Drawings and photos mesh in star-quality artwork

January 11, 1994|By John Dorsey | John Dorsey,Art Critic

Some group shows have stars, some don't. "Art Howar County 1993," a show of 31 works by 13 artists, definitely has a star in Felicia Belair-Rigdon.

Her mixed-media works on paper combine reproductions of existing works, many of them lush color photographs, with Belair-Rigdon's own drawing.

What results is a non-specific milieu that makes the images look as if they were blowing in on a wind of history.

The point of such works as "From a Long Time Ago" or "They Went Over the Roll Call of His Pretensions" seems to be that men seek satisfaction and salvation from actions in the external world, while women know that true meaning comes from within.

The artist may have intended something else, but her works are invariably provocative and handsome. They are post-modernist in their recall of earlier art, but they present that art in the context of 20th-century abstraction.

While Belair-Rigdon's work stands out, the rest of the exhibit is largely bland. For this biennial juried exhibition, open to artists working in Howard County, curator Steve Lanier viewed 240 slides from 66 artists before making his selections. All of the work is competent, but much of it stops there.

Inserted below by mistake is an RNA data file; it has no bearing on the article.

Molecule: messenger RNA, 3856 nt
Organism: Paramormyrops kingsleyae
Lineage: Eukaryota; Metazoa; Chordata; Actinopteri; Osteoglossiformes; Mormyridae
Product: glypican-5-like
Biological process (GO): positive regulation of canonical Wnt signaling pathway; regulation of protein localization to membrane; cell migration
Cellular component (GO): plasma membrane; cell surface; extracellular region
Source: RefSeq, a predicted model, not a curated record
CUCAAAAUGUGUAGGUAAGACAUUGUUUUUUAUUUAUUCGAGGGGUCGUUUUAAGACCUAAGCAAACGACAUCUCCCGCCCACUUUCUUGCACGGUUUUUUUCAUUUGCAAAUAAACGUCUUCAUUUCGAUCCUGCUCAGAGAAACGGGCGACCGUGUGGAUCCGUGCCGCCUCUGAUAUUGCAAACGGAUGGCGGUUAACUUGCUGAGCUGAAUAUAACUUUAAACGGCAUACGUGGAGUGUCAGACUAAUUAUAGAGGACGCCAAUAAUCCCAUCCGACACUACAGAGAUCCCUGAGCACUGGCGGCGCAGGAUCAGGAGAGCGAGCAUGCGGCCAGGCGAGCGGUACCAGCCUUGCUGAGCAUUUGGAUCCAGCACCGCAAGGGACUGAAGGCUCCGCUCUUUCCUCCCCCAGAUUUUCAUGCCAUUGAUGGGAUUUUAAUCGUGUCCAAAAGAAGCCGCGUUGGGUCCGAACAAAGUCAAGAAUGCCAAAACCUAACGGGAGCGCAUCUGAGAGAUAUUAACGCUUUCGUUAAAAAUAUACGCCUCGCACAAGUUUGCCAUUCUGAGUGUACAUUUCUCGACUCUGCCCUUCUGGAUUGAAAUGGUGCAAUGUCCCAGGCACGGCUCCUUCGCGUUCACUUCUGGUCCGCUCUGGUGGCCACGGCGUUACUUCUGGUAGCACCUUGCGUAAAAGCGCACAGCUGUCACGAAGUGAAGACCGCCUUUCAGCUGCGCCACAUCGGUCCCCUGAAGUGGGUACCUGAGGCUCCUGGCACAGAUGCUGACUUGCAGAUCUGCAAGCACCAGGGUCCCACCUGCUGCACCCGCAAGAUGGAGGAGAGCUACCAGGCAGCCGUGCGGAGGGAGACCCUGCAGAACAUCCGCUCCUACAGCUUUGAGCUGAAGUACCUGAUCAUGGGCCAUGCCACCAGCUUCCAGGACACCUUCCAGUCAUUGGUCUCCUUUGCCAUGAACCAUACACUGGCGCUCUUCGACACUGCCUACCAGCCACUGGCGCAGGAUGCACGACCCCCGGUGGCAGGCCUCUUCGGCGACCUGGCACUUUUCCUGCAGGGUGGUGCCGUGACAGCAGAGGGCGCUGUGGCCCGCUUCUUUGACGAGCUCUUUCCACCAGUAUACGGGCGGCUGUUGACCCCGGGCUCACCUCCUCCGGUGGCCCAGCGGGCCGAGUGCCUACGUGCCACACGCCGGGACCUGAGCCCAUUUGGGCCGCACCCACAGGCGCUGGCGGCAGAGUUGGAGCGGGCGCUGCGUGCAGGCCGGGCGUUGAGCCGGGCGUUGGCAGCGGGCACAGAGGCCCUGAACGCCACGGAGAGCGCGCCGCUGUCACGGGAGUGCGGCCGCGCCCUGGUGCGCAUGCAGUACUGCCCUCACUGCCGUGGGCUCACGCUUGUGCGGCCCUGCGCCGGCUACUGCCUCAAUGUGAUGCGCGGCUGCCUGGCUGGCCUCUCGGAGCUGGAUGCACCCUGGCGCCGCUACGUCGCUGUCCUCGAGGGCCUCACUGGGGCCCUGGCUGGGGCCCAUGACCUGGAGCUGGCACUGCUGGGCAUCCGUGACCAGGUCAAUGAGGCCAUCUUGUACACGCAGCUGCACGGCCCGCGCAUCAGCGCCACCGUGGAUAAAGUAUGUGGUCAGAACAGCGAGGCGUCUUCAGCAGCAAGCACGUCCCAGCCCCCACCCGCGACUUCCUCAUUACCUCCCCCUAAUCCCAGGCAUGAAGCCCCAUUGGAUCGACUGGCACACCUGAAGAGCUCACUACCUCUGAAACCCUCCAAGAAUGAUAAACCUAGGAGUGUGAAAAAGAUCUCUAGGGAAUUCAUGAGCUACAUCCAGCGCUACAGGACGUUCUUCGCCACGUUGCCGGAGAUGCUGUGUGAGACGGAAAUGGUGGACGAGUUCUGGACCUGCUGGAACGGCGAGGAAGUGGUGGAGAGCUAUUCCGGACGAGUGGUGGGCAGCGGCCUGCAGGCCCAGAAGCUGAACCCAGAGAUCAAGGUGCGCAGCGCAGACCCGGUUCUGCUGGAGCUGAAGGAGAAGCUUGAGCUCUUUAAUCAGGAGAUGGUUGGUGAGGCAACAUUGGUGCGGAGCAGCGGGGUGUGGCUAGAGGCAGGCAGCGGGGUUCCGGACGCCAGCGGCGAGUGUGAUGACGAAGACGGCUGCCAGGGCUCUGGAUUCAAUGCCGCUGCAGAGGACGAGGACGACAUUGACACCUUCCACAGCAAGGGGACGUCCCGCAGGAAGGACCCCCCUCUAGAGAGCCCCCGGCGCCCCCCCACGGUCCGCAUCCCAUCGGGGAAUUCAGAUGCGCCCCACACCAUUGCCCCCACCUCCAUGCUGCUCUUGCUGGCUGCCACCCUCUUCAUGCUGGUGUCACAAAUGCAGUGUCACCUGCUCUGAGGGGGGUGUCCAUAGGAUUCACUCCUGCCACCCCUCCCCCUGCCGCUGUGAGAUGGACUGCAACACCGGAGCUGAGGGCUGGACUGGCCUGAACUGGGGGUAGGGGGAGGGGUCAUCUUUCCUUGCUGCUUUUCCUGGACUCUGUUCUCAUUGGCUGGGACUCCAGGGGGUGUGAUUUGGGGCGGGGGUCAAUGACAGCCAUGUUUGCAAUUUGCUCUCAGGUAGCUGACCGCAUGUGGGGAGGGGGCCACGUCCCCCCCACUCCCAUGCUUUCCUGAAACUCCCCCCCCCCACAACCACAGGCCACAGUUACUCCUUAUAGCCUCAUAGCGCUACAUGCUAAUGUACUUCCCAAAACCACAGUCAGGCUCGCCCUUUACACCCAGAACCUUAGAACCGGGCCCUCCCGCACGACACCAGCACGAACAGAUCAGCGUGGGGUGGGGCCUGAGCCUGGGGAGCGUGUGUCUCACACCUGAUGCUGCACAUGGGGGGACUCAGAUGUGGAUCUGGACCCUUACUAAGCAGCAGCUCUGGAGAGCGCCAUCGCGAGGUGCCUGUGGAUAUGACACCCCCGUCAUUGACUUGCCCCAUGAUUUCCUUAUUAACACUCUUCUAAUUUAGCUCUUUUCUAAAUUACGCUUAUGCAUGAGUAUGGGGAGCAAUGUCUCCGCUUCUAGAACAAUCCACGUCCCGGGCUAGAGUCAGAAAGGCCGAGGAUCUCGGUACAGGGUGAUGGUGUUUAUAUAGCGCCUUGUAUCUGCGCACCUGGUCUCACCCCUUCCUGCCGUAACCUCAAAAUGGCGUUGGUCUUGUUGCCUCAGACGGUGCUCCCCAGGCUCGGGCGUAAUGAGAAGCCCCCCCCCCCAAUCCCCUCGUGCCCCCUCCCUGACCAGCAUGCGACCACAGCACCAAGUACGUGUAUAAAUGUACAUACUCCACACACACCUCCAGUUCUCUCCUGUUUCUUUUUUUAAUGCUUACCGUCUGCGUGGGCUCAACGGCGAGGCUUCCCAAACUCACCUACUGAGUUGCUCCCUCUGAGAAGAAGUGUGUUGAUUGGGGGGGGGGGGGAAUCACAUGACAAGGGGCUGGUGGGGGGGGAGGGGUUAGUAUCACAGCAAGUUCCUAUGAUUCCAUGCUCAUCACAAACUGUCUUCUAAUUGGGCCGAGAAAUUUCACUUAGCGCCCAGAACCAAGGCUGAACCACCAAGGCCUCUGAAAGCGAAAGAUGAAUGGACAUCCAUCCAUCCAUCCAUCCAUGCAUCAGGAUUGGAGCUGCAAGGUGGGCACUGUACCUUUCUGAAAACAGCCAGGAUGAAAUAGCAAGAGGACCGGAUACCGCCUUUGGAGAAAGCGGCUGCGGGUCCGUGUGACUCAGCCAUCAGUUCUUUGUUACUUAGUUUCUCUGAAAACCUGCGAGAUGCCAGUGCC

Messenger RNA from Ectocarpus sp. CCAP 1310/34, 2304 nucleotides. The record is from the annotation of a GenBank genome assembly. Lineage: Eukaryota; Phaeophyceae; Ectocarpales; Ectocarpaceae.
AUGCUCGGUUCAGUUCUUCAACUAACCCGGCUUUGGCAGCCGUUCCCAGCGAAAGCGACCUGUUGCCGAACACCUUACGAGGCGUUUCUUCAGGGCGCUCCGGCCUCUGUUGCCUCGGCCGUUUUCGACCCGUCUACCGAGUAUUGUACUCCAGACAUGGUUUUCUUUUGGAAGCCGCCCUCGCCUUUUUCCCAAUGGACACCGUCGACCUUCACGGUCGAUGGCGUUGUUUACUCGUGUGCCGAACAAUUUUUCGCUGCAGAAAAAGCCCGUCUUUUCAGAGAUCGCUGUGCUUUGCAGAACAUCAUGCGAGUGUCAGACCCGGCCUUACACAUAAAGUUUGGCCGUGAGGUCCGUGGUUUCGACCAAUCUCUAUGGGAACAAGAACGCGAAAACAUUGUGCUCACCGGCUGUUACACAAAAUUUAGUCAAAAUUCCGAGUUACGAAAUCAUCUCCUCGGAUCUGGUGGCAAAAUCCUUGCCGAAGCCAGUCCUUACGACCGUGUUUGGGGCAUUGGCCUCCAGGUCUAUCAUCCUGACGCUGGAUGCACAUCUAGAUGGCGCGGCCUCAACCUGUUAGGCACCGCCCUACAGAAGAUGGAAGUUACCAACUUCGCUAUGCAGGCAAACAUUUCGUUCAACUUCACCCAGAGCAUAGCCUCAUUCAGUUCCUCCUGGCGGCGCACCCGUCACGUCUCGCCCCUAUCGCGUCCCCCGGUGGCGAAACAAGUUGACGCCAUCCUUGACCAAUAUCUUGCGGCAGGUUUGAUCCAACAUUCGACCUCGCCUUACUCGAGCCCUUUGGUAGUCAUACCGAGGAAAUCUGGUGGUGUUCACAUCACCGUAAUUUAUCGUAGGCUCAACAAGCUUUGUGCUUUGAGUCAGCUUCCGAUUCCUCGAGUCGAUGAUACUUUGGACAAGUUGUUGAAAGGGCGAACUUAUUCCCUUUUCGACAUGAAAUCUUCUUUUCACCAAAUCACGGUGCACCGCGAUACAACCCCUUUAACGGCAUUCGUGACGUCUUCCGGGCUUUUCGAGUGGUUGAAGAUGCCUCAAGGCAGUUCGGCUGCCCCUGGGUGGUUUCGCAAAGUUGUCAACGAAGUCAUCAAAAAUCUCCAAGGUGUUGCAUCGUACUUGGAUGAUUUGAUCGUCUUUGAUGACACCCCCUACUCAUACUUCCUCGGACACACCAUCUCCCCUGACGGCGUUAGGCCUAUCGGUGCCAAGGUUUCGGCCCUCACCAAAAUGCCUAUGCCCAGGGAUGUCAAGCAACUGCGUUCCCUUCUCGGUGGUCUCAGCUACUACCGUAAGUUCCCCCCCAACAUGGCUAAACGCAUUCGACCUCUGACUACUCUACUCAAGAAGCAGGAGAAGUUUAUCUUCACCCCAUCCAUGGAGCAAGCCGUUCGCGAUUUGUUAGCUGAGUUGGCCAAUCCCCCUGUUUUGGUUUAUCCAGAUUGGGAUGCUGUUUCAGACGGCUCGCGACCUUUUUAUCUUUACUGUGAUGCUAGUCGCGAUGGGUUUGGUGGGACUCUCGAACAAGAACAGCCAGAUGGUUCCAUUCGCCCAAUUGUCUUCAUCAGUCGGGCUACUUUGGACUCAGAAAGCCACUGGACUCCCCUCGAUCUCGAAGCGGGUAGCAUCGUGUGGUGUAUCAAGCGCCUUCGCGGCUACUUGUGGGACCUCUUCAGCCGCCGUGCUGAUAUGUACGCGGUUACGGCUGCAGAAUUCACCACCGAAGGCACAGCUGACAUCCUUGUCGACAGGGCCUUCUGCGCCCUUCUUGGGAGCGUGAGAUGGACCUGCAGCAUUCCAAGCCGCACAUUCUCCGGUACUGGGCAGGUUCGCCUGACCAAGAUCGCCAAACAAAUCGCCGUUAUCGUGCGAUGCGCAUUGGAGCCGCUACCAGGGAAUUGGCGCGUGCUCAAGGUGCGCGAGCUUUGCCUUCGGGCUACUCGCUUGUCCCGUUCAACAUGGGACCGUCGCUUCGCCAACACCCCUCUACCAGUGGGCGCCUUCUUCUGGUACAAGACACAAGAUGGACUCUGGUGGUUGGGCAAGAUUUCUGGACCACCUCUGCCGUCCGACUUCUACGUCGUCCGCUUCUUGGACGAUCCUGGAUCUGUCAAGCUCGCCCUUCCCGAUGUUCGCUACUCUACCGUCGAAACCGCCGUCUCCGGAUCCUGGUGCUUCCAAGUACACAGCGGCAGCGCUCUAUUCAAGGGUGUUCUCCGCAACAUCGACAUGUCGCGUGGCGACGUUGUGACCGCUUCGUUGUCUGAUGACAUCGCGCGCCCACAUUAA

However, Jessica Mendels' "Untitled" installation is an exception. a piece that draws the viewer in and encourages dialogue.

The installation is a series of 26 small boxes hung in a row on the wall.

The boxes contain things such as paper clips, sand, cigars, keys and squares of chocolate. On the boxes' lids are inscribed words, beginning with one letter of the alphabet per box: on the first box are words beginning with the letter A, on the second are words beginning with B, and so on. The words have nothing apparent to do with the contents of the boxes, but many of them -- such as pity, regret, or worthless -- refer to emotions or feelings people have about themselves or others.

There's also an audio component, a soft voice repeating all the words on the boxes' lids. As an entity, the work explores the

dichotomy between external things (the contents of the boxes) and internal thoughts (the words). It explores finite qualities of the object versus the open-ended implications of language, and by extension the differences between the physical and the mental aspects of life.

Mary Jo Tydlacka's paintings and drawings on the subject of family life don't yield much in terms of visual interest. But she does convey something about how involuntary family relationships, such as those of children in relation to their parents, can be hollower than chosen relationships such as marriage.


What: "Art Howard County 1993"

Where: Howard County Center for the Arts, 8510 High Ridge Road, Ellicott City

When: 10 a.m. to 8 p.m. Mondays through Thursdays, 10 a.m. to 4 p.m. Fridays and Saturdays, though Jan. 28

Call: (410) 313-2787

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